Nvidia unveils quantum computing research platform

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Nvidia today unveiled a unified computing platform for speeding breakthroughs in quantum computing research and development across AI, HPC, health, finance and other disciplines.

The Nvidia Quantum Optimized Device Architecture, or QODA, aims to make quantum computing more accessible by creating a coherent hybrid quantum-classical programming model. In creating a better programming environment for quantum computing, Nvidia hopes its hardware will become the solution of choice when quantum computing becomes practical.

QODA is an open, unified environment spanning some of the most powerful computers and quantum processors. Its aim is to improve scientific productivity and enable greater achievable scale in quantum research. High-perfomance computing (HPC) and AI domain experts can use it to port parts of their applications using public clouds, Nvidia DGX AI systems and a large installed base of Nvidia graphics processing units (GPUs) in scientific supercomputing centers.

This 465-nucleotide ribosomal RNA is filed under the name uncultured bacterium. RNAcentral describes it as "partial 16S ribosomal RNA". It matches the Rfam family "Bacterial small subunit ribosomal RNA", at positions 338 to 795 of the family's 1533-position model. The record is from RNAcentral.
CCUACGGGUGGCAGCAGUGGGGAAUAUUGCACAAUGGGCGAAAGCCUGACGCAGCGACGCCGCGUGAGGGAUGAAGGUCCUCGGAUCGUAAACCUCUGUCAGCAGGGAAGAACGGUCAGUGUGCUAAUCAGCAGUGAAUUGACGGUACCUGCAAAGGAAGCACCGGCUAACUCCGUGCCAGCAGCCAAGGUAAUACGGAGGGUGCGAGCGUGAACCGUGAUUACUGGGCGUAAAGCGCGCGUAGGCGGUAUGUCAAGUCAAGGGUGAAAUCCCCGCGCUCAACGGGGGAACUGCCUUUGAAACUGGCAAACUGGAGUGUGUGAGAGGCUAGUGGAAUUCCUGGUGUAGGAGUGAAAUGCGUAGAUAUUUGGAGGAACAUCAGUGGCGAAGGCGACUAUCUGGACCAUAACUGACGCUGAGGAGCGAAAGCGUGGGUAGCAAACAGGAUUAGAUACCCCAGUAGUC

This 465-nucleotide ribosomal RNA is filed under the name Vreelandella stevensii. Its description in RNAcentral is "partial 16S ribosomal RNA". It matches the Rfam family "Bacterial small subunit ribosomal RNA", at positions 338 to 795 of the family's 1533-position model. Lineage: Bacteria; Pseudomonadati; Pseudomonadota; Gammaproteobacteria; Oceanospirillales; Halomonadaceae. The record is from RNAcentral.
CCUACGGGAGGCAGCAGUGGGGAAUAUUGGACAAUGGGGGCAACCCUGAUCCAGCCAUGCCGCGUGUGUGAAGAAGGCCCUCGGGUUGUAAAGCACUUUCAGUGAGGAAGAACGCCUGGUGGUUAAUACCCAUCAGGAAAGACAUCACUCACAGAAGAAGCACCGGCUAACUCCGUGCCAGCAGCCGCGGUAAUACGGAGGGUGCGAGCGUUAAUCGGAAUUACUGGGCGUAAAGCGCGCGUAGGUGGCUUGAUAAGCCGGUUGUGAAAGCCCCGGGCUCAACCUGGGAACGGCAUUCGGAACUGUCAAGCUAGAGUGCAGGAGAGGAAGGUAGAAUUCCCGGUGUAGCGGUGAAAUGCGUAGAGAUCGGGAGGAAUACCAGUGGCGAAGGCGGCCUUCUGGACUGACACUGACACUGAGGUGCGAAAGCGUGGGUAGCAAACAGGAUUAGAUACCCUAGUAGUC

“Scientific breakthroughs can occur in the near term with hybrid solutions combining classical computing with quantum computing,” said Tim Costa, director of HPC and quantum computing products at Nvidia, in a statement. “QODA will revolutionize quantum computing by giving developers a powerful and productive programming model.”

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Leading quantum organizations are already using the Nvidia cuQuantum software development kit to simulate quantum circuits on GPUs. With Nvidia QODA, quantum researchers can also develop quantum circuits on the same cuQuantum simulation environments.

Today, at the Q2B conference in Tokyo, Nvidia announced QODA collaborations with quantum hardware providers IQM Quantum Computers, Pasqal, Quantinuum, Quantum Brilliance, and Xanadu; software providers QC Ware and Zapata Computing; and supercomputing centers Forschungszentrum Jülich, Lawrence Berkeley National Laboratory and Oak Ridge National Laboratory.

“Quantinuum is partnering with NVIDIA to enable users of Quantinuum’s H-series quantum processors, powered by Honeywell, to program and develop the next generation of hybrid quantum-classical applications with QODA. This ties together the best performing classical computers with our world-class quantum processors,” said Alex Chernoguzov, chief engineer at Quantinuum, in a statement.